POSTSCRIPT / August 16, 2007 / Thusday

By FEDERICO D. PASCUAL JR.

Philippine STAR Columnist

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Amnesty, even pardon, for Erap is still feasible

AMNESTY BID: Amnesty for former President Joseph “Erap” Estrada?

As pointed out elsewhere, a problem here is that Mr. Estrada’s alleged plunder is not a political offense. It is a heinous crime.

The amnesty being cooked up by Speaker Jose de Venecia covers only political offenses (such as rebellion, sedition, coup d’etat, etc.). It does not cover crimes.

But of course, on its way to fruition, the idea may just ripen into an amnesty proclamation covering a wide variety of characters and cases, depending on the chemistry of President Gloria Arroyo at the moment she signs it.

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WATCH PUNO: Another problem is that the Sandiganbayan is in control of the case. Neither the Executive nor the Legislature — at this late stage — may take the accused away from the Judiciary for the purpose of deciding or terminating his case.

Adverse public opinion and a peeved Supreme Court may pose problems.

Chief Justice Reynato S. Puno, who is on a mission to restore the luster of the tribunal and make it shine brighter as a beacon of justice, can be expected to repel any attempt to trifle with the judicial process.

There is no telling what the Chief Justice might do if he sees any hint of extra-judicial accommodation in resolving the plunder case. Political interference in a pending case could rub Puno the wrong way.

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PARDON: A presidential pardon as an alternative to amnesty may be out of the question at the moment since the beneficiary has to be convicted first or at least admit his guilt. Mr. Estrada insists on his innocence.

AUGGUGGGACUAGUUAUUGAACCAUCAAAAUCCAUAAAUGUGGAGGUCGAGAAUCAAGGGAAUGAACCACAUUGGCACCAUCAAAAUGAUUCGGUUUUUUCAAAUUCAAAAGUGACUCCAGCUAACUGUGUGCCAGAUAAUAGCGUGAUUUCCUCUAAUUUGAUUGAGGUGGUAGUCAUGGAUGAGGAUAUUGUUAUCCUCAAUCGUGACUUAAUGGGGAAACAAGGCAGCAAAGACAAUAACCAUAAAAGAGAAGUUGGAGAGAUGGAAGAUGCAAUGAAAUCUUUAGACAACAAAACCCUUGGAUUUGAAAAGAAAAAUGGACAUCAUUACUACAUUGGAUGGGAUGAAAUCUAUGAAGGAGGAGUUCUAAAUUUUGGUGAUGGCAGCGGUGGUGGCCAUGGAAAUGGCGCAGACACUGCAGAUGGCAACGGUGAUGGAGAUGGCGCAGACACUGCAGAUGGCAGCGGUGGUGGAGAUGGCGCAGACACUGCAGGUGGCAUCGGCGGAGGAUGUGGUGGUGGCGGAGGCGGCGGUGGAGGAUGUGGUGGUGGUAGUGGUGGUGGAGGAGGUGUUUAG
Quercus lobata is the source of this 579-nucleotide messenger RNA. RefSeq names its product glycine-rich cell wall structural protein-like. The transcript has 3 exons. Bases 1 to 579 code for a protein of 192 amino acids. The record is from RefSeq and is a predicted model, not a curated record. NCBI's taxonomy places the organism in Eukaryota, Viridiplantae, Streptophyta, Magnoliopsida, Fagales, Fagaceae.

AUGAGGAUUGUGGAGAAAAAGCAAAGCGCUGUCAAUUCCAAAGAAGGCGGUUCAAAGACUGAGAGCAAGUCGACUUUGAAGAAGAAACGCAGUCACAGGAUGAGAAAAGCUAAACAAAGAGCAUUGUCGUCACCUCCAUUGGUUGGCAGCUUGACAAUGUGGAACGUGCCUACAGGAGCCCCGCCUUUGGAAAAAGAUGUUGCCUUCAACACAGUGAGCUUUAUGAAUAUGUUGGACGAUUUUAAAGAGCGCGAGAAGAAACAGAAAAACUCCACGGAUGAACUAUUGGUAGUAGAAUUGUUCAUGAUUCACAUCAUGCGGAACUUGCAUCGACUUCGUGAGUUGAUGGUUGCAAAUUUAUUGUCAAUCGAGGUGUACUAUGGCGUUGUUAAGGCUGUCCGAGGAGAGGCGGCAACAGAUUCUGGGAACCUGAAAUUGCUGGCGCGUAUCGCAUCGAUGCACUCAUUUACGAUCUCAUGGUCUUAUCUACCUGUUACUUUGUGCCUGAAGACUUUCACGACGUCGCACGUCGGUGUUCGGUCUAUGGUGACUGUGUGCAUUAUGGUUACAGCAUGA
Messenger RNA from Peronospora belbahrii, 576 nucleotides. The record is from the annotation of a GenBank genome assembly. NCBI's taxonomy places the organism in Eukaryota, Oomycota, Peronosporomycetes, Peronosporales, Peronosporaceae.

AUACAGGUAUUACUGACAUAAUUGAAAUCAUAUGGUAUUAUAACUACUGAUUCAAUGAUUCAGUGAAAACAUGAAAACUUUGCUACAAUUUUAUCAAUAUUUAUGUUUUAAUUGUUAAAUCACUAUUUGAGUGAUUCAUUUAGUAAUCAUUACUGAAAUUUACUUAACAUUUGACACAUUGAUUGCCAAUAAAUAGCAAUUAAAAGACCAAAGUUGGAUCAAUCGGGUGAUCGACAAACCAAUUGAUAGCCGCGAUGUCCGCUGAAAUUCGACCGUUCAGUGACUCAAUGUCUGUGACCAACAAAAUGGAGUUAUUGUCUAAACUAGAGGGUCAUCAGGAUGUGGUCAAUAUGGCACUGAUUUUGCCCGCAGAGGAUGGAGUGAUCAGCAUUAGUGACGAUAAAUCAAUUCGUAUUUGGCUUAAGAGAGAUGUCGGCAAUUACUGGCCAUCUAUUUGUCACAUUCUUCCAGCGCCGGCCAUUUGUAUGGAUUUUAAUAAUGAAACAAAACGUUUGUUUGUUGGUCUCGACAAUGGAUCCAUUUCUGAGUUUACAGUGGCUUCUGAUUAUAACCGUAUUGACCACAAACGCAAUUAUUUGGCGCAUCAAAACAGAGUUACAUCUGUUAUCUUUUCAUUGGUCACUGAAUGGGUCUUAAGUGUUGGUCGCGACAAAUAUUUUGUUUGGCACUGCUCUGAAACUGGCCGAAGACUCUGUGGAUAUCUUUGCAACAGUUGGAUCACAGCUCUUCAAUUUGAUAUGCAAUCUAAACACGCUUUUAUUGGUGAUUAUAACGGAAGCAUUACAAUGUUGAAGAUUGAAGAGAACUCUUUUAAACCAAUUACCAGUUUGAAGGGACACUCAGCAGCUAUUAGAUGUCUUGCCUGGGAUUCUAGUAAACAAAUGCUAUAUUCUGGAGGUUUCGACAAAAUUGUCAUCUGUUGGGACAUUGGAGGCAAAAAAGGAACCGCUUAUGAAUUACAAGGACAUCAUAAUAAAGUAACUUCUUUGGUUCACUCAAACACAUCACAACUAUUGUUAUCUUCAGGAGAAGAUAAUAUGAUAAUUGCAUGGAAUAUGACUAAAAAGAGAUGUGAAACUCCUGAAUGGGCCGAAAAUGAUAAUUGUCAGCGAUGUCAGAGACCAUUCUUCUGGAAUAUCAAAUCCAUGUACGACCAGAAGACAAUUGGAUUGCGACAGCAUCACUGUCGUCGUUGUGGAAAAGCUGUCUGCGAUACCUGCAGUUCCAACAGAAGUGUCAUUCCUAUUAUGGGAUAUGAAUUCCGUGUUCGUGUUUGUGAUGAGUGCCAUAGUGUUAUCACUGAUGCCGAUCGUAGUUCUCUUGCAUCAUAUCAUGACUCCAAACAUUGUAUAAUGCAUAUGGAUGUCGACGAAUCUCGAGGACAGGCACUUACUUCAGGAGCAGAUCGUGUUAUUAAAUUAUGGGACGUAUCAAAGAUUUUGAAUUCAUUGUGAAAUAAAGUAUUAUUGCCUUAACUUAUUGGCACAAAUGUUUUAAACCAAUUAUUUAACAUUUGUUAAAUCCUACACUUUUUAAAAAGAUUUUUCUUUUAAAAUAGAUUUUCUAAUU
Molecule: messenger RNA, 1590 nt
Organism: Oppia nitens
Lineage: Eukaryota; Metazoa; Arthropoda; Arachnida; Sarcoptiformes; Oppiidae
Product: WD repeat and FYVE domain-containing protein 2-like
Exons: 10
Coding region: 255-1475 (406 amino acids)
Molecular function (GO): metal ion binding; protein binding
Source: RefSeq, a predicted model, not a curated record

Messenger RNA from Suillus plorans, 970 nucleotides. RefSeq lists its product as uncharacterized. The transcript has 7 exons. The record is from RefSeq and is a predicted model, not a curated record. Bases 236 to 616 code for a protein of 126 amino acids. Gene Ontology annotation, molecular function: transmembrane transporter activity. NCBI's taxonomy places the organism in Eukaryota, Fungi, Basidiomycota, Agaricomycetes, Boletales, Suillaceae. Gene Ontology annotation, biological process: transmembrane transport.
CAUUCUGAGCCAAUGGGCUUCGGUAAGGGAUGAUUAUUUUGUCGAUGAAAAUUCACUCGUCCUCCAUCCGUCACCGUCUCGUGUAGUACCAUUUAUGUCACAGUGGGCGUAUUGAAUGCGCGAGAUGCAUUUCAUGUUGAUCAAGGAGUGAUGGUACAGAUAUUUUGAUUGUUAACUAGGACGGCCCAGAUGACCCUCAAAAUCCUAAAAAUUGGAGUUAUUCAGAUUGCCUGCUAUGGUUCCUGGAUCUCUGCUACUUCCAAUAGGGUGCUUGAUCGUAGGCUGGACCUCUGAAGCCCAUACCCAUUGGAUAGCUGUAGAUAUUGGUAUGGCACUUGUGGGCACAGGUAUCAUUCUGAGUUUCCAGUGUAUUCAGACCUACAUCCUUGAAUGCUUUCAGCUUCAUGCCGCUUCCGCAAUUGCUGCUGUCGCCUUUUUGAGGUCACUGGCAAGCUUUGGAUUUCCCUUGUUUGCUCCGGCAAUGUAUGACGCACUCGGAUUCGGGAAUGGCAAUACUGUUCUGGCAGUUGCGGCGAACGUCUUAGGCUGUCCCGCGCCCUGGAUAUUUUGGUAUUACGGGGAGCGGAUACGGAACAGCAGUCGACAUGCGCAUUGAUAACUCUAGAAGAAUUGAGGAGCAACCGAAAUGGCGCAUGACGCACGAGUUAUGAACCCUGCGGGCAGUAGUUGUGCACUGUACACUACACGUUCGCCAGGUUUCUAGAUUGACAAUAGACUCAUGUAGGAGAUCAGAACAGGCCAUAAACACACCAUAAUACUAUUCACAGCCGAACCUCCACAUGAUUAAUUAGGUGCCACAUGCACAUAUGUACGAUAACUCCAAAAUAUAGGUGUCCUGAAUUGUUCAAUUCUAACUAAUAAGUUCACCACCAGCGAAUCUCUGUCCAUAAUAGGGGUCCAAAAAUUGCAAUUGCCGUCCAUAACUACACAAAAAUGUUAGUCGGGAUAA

Pardon is still the more attractive, because it is direct, route. Except in a few specific cases (as when involving election offenders) the power of the President to pardon is virtually absolute. Legally, it is beyond question.

If Mr. Estrada is just willing to tame his pride and machismo, a presidential pardon can be given him faster than he can drive from the hills of Tanay to his home on Polk Street.

If, as it seems, he is not comfortable with accepting a pardon because it implies guilt, everybody might have to fall back on an amnesty.

Politicians are of the same feather, and when they flock together, anything is possible. If they want amnesty for Mr. Estrada, they can find reason to gloss over the problem of plunder being a crime and not a political offense.

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IT DEPENDS: So my answer to the original question (“Amnesty for Erap?”) is: It depends.

Ultimately, it depends on just the two of them — Ms Arroyo and Mr. Estrada. What they want will happen. (Same thing with any settlement with the Marcoses and Danding Cojuangco.)